"PROmances"—celebrity pairings that are less about love and more about profile—are nothing new, but watching Taylor Swift and Tom Hiddleston make out around the world is like watching a fruit rotting in time lapse; the accelerated grossness is fascinating, and it teaches us something both literal and metaphorical about the world around us.
On the surface, the pair make a lot of sense: Swift, the most successful pop star on the planet, Hiddleston, a very British actor in a very successful franchise. She's tall, he's tall. Neither of them can dance. But the very public way in which they have played out their romance so far—kissing on a beach in front of the paparazzi, meeting each other's parents in front of the paparazzi, touring Rome in front of the paparazzi, celebrating the 4th of July in front of the paparazzi—has led everyone from their respective fanbases to Phillip Schofield to call bullshit on the whole spectacle.
But celebrities end up in fake relationships (if it indeed is a fake relationship) all the time, for many reasons. Usually it's just good old-fashioned, dead-eyed cynical ambition. As proved by genuine couples as far back as Mary Pickford and Douglas Fairbank and up to the current-day mainstays such as the Beckhams, the Knowles-Carters, the Kardashian-Wests, and the Jolie-Pitts, two celebs are better than one in terms of earning power and brand recognition. For the rich and famous, it makes sense, strategically speaking, to date other rich and famous people.
Sometimes this kind of pairing turns into a spectacular shitshow. Kaley Cuoco, star of inexplicably long-running, award-winning canned laughter show The Big Bang Theory and Henry Cavill, the guy who got the role of Superman because he's the not-gay Matt Bomer, were represented by the same PR company and completely coincidentally began dating in 2013 around the release of Man of Steel. Their grocery shopping outings struggled to make anyone believe the two were doing anything more than holding hands the second a camera lens pointed their way, and the "relationship" was almost comically brief. They now have the dubious honor of being at the top of every "TOP TEN CELEBRITY RELATIONSHIPS THAT WERE TOTALLY FAKE!!" list ever published.
On the other hand, relationships forged in a marketing boardroom can occasionally blossom into something more genuine. It seems likely that Robert Pattinson and Kristen Stewart, as the stars of one of the biggest teen movie franchises in the world, were encouraged toward replicating their onscreen romance off-screen to further sell in the idea of true, unending vampire love to Twilight fans. Their relationship, never properly confirmed, but told through long lenses and red carpet appearances, may have begun as work, but four years down the line appeared to be very real. By the time Stewart was caught cheating on R. Pattz with the director of her movie The Huntsman, they had moved in together, gotten pets, and were more relaxed about talking about their romance.
Then there are bearding PROmances, where one or more celebrity in the pairing is concealing their sexuality in order to maintain desirability within the industry and to the public. Again, this practice has been invoked in celebrity circles for years—constant co-stars Katherine Hepburn and Spencer Tracy, one of the Golden Age of Hollywood's prominent power couples, never married and conducted same-sex affairs throughout the whole of their long-term relationship. The public never had a clue.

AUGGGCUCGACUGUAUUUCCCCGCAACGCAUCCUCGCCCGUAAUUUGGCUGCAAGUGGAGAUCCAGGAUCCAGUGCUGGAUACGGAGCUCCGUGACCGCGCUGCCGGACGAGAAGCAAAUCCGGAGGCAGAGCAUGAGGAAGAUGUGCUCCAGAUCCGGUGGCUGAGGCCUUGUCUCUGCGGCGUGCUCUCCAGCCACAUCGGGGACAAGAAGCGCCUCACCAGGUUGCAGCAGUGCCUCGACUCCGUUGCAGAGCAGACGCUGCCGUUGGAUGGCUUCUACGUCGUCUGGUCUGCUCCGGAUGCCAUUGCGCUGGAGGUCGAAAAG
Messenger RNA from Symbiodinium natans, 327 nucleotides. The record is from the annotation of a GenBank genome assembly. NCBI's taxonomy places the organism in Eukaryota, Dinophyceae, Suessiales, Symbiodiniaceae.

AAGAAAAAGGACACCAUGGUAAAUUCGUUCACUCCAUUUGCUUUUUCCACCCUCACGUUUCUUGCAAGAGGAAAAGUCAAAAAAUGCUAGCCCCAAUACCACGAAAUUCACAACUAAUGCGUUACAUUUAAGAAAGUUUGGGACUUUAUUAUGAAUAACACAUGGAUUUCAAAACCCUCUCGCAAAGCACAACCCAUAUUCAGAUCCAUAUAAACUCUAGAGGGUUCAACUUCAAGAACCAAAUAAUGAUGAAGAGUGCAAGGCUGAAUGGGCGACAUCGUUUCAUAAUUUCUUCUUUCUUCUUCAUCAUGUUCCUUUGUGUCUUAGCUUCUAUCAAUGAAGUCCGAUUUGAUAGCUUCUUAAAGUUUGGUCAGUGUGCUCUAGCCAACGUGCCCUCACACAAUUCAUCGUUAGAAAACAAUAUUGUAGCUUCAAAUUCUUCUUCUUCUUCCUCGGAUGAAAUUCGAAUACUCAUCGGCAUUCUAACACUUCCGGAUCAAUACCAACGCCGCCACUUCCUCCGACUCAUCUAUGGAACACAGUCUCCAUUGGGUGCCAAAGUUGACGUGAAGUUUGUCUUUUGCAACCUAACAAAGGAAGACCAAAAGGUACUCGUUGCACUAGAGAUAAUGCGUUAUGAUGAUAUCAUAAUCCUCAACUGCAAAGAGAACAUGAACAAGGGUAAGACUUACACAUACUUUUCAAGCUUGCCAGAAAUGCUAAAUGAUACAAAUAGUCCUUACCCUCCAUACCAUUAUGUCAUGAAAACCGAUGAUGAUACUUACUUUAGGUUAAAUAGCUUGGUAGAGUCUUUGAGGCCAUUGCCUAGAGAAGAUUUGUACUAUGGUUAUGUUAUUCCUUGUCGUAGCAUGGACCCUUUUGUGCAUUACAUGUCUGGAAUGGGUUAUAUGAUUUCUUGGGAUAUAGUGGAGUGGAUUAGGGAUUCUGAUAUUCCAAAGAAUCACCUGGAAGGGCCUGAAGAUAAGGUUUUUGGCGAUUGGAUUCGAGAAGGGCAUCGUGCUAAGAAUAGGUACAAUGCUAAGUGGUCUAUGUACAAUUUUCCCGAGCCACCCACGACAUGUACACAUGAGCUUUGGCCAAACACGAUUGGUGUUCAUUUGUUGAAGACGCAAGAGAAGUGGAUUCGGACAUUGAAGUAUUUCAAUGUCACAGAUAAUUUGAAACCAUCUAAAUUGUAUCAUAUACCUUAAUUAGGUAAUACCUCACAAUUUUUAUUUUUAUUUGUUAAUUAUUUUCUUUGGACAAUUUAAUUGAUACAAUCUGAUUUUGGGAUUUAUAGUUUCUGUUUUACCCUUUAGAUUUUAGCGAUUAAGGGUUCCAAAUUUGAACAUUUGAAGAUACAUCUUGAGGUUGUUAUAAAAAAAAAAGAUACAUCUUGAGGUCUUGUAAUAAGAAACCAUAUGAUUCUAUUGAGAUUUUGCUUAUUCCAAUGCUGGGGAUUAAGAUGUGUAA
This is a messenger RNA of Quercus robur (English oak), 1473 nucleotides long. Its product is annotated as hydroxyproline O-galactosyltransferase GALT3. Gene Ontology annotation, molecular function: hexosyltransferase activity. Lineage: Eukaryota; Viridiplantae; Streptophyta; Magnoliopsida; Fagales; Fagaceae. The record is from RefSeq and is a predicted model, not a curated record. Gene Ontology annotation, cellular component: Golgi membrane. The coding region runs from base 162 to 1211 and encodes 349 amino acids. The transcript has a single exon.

Recently, with attitudes toward gay relationships becoming more accepting, this kind of PR arrangement is less frequent, with high-profile personalities who shy away from being publicly out preferring to live in a "glass closet" and maintaining privacy, while never explicitly lying about their sexuality.
The trend toward PR relationships seems to have tailed off in a social-media age, which relies more on transparency and honesty than deception and manipulation. Celebs are still spotted together, of course, more often than not because they have agents, publicists, managers, and record labels in common, but once the pics hit the press and the speculation begins, they can tweet a rebuttal that gives them two bites at the publicity apple: the "ARE THEY?" headline and the "FAMOUS PERSON DENIES RUMORS!" headline, which is often just as effective as faking a romance. When relationships are engineered, they are usually handled with such finesse that suspicion is never aroused.
Which is why Hiddleswift, wild-eyed and practically clawing at your skin for attention, seems particularly clumsy. If Hiddleston was making a bid at raising his profile in order to secure the role of James Bond, the entire caper has backfired spectacularly, with him being ruled out despite putting in an all accounts excellent extended audition in The Night Manager.
Another more likely sequence of events could be that Swift wanted to get a massive jump on the Kim Kardashian-West GQ cover story, in which she accused Swift of signing off on the controversial lyric in Kanye's single "Famous," which was followed by the even more controversial video—a wax model of Swift naked in a bed alongside Kanye, Kim, and other celebrities—a story she was probably keen to bury under a deluge of "better" news, such as a new boyfriend, a mere three weeks after she dumped her old one.
Whatever the truth, when operating at as high a level as Taylor, to some degree, every move you make is calculated PR to some extent. Her personal life has felt as stage-managed as her professional life as far back as her squad and the constant welcoming to the stage of her last world tour. Every pajama party, every 4th of July backyard BBQ, comes with a professional photographer providing photos for everyone on Instagram. Perhaps Swift and Hiddleston are truly a match made in thirsty, thirsty heaven. In which case, good luck to them, and may the Lord have mercy on the rest of us.
Follow Grace Medford on Twitter.